A proud Irishman and proud soldier, Dublin-born Lance Corporal Ian Malone died on duty with the British army.
The Government this week granted permission for six of the dead soldier’s colleagues to attend the burial ceremony in the regiment’s uniform.
Senior representatives of the British Army will also attend, but the coffin will not be draped in any military or regimental flag.
The Irish Guardsman was killed in combat near Basra in southern Iraq on April 6.
The coffin carrying his remains was flown into Dublin airport yesterday.
After the family of the 28-year-old soldier pay their respects, the remains will be removed to the Church of the Assumption in Ballyfermot.
His family said they took comfort from knowing their son died doing a job he loved.
Lce Cpl Malone’s funeral will take place at the nearby Palmerstown Cemetery after Requiem Mass.
The late soldier, who joined the Irish Guards in 1997, was flown from the Middle East to RAF Brize Norton in Oxfordshire last week. He and a colleague, Christopher Muzvuru, aged 20, from Gweru, Zimbabwe, were killed by a sniper as they got out of an armoured vehicle.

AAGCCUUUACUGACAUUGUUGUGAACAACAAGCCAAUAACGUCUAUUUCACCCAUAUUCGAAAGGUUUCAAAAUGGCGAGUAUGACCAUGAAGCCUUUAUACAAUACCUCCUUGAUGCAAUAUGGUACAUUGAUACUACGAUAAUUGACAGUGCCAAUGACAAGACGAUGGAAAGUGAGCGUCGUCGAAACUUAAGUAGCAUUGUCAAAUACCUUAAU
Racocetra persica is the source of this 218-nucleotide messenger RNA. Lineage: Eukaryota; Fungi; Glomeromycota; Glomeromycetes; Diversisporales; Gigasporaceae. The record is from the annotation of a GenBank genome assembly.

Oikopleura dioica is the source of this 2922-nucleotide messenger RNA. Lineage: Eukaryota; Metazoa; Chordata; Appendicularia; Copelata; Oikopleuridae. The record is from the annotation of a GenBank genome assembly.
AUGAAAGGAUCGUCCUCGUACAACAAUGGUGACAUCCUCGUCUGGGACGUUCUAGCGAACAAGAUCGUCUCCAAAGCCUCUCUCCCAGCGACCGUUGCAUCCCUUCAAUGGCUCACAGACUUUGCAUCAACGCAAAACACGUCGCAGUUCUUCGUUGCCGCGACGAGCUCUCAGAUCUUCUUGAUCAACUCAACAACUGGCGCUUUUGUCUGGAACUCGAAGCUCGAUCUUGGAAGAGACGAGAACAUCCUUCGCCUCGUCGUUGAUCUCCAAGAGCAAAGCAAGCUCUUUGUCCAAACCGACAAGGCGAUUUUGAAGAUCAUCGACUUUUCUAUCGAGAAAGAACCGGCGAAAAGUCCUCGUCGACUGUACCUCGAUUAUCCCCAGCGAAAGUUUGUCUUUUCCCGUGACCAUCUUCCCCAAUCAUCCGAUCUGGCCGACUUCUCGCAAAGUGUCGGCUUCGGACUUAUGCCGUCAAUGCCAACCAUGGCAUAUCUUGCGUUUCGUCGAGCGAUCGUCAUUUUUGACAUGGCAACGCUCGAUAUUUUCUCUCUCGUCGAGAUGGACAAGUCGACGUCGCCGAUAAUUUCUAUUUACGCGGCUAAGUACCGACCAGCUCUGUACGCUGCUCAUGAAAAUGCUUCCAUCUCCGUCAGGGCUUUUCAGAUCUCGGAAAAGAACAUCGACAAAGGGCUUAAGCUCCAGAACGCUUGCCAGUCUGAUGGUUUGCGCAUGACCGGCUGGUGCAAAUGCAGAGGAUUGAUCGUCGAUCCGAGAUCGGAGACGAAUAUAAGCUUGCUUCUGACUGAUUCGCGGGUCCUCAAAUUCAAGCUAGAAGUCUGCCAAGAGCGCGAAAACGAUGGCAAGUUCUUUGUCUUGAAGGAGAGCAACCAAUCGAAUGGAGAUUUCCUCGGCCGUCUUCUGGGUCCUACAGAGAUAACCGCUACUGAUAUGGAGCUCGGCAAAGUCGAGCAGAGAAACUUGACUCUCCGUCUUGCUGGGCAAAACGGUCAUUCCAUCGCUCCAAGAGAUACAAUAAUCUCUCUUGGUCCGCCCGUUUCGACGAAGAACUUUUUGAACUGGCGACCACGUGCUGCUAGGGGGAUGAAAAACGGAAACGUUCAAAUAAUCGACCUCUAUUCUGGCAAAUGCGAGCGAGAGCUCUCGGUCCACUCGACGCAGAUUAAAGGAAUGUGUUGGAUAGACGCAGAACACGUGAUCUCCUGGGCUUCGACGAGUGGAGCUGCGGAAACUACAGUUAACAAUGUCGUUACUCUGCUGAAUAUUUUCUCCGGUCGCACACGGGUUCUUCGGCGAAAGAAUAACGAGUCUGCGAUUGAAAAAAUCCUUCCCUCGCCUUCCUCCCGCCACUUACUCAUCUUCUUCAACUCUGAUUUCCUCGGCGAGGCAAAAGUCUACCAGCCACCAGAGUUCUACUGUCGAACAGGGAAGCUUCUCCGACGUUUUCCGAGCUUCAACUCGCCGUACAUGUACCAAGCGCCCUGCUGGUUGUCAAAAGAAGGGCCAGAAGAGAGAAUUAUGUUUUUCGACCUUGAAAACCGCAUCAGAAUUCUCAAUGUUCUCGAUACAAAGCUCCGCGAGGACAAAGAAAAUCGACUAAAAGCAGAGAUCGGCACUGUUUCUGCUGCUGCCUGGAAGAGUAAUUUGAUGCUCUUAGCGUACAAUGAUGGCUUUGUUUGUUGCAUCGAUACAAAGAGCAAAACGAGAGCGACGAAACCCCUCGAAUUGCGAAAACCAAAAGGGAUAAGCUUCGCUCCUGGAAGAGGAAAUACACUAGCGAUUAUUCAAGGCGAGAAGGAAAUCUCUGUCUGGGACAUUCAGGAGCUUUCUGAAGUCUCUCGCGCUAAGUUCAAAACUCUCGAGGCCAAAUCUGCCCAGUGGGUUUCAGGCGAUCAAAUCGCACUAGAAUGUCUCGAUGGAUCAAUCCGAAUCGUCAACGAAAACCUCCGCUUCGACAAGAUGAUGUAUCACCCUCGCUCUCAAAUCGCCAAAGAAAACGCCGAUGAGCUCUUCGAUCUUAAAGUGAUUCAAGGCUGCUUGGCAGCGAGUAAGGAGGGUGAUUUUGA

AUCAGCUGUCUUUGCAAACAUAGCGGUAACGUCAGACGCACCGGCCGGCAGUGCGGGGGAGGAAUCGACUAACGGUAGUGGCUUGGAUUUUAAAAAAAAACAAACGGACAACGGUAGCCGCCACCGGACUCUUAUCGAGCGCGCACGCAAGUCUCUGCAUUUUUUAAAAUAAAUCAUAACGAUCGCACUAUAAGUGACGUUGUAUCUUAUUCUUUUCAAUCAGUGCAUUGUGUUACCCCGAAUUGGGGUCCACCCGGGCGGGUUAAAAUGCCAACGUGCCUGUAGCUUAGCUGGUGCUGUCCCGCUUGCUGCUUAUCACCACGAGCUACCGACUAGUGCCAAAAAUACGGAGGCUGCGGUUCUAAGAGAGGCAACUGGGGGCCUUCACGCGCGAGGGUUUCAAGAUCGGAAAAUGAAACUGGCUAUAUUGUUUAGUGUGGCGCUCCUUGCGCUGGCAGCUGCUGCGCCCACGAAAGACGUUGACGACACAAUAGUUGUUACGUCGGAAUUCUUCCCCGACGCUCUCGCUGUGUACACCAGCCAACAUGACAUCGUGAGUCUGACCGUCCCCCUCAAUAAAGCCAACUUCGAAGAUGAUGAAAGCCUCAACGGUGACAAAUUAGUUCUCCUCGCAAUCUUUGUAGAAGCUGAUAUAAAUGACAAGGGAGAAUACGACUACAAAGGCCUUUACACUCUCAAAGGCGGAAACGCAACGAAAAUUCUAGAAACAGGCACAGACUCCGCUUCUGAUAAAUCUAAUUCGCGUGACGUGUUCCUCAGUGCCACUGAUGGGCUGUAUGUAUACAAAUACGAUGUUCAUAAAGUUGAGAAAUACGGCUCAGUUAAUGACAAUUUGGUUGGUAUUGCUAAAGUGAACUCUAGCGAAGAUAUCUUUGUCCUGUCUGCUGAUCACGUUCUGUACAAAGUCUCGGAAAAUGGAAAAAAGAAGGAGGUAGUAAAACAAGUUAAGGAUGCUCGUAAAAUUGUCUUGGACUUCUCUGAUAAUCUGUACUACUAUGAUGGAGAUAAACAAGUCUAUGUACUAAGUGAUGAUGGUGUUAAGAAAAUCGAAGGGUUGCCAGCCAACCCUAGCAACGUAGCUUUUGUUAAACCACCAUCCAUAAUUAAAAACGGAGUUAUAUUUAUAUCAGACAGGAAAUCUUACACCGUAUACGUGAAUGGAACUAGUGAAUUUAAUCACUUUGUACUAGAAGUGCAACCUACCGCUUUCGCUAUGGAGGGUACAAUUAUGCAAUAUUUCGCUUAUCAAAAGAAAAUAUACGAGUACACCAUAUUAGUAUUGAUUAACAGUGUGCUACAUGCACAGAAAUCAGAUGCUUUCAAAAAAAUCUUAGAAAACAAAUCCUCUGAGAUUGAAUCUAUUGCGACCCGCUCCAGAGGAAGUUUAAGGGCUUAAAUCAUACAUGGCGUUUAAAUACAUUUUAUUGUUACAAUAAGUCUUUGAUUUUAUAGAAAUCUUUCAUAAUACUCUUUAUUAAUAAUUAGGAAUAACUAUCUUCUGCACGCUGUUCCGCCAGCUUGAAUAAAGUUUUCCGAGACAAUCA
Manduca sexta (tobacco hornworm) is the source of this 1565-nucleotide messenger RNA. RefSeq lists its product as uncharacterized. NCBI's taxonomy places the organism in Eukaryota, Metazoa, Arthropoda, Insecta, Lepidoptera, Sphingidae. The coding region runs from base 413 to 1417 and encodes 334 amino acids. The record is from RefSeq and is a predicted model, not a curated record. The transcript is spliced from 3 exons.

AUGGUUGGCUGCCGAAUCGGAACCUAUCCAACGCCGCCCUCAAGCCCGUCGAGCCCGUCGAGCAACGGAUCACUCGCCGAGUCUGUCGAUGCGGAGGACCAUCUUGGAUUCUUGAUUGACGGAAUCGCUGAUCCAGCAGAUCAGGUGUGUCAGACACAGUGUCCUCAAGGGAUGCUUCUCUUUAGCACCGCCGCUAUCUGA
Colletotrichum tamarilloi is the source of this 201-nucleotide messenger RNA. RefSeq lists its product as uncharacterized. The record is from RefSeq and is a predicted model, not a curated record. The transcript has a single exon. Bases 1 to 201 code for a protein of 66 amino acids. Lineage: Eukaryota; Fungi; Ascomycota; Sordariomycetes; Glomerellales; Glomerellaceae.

They were part of an advance group deep inside the city.
A talented chess player, Lce Cpl Malone had applied to join the Irish Defence Forces six years ago but was considered too old.
After enlisting with the Irish Guards, he had opportunities to visit 20 countries. He was promoted in 2000 to serve in Kosovo, but prior to the Iraqi conflict he was stationed in Germany. He also served in Poland, Canada and Oman.
His family and girlfriend described him as full of life, vitality, fun and wit.
They revealed: “He loved the army and lived for the excitement and challenges that being a solider brought. He was proud to be an Irishman and proud to serve in the Irish Guards.”